Life Experiences of Street Children in Bulawayo: Implications for Policy and Practice

Ndlovu, Ian (2015). Life Experiences of Street Children in Bulawayo: Implications for Policy and Practice. PhD thesis The Open University.



In the period between 2000 and 2015 much has been written about Zimbabwe’s political and economic problems with very little mention of Zimbabwe’s children, or indeed street children. In this study I explore the experience of street children in Zimbabwe’s second largest city, Bulawayo. The study explores the work and activities that street children engage in as they negotiate their way through public and private spaces. A consideration is given to how the street children’s need for space and their sense of place becomes part of an acquired identity that they establish through negotiation or imposition by others. Their experiences are presented in their words in order to capture who they are and how they navigate living on the margins of society; crossing physical as well as social and moral boundaries.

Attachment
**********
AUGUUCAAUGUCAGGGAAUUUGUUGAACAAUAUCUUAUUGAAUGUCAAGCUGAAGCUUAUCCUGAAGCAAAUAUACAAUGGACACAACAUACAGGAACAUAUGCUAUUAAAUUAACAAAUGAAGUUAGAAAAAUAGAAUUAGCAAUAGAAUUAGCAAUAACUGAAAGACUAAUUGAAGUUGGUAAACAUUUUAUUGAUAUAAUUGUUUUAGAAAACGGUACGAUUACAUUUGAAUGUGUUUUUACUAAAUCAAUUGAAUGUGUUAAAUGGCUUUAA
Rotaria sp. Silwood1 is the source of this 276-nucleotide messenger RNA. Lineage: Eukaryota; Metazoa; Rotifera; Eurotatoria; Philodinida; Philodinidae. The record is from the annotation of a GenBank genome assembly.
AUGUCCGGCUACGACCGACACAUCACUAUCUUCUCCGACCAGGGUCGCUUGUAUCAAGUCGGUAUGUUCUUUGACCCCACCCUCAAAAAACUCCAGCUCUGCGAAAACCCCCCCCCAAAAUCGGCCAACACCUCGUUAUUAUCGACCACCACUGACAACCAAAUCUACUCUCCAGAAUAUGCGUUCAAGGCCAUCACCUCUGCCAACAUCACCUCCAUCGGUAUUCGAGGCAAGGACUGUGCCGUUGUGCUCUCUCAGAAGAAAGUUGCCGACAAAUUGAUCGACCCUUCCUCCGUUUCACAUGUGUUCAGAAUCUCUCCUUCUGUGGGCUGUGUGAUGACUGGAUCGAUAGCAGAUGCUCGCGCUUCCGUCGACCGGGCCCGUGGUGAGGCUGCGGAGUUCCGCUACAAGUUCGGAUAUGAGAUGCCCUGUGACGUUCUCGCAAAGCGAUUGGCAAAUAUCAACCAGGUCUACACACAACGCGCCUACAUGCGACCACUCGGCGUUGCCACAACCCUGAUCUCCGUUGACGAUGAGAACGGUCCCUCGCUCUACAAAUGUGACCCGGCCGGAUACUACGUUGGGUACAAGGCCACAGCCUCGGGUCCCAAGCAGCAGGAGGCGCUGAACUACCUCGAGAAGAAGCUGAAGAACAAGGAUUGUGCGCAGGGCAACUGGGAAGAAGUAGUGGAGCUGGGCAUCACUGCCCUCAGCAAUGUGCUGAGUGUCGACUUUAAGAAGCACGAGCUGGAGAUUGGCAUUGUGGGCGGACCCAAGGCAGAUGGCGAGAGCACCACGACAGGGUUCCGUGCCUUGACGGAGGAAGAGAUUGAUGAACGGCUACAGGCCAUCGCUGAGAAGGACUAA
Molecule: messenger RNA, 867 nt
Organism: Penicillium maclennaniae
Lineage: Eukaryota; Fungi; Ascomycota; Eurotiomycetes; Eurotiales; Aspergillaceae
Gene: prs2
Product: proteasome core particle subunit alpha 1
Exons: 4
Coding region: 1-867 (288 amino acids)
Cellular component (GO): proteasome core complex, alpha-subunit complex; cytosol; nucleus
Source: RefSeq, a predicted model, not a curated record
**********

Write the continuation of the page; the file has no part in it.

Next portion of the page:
The study employed an ethnographic approach and was informed by the understanding of children as autonomous social actors. It explores some of the conceptual terrain necessary for a study of the life experiences of street children in Bulawayo in the context of their day to day activities and claims for space and places. Their image, journeys and how they project themselves into the future emerges from their interactions amongst themselves and their immediate environment. The study explores whether and how a child-centred model of practice would be possible to use in relation to street children and the implications for policy.

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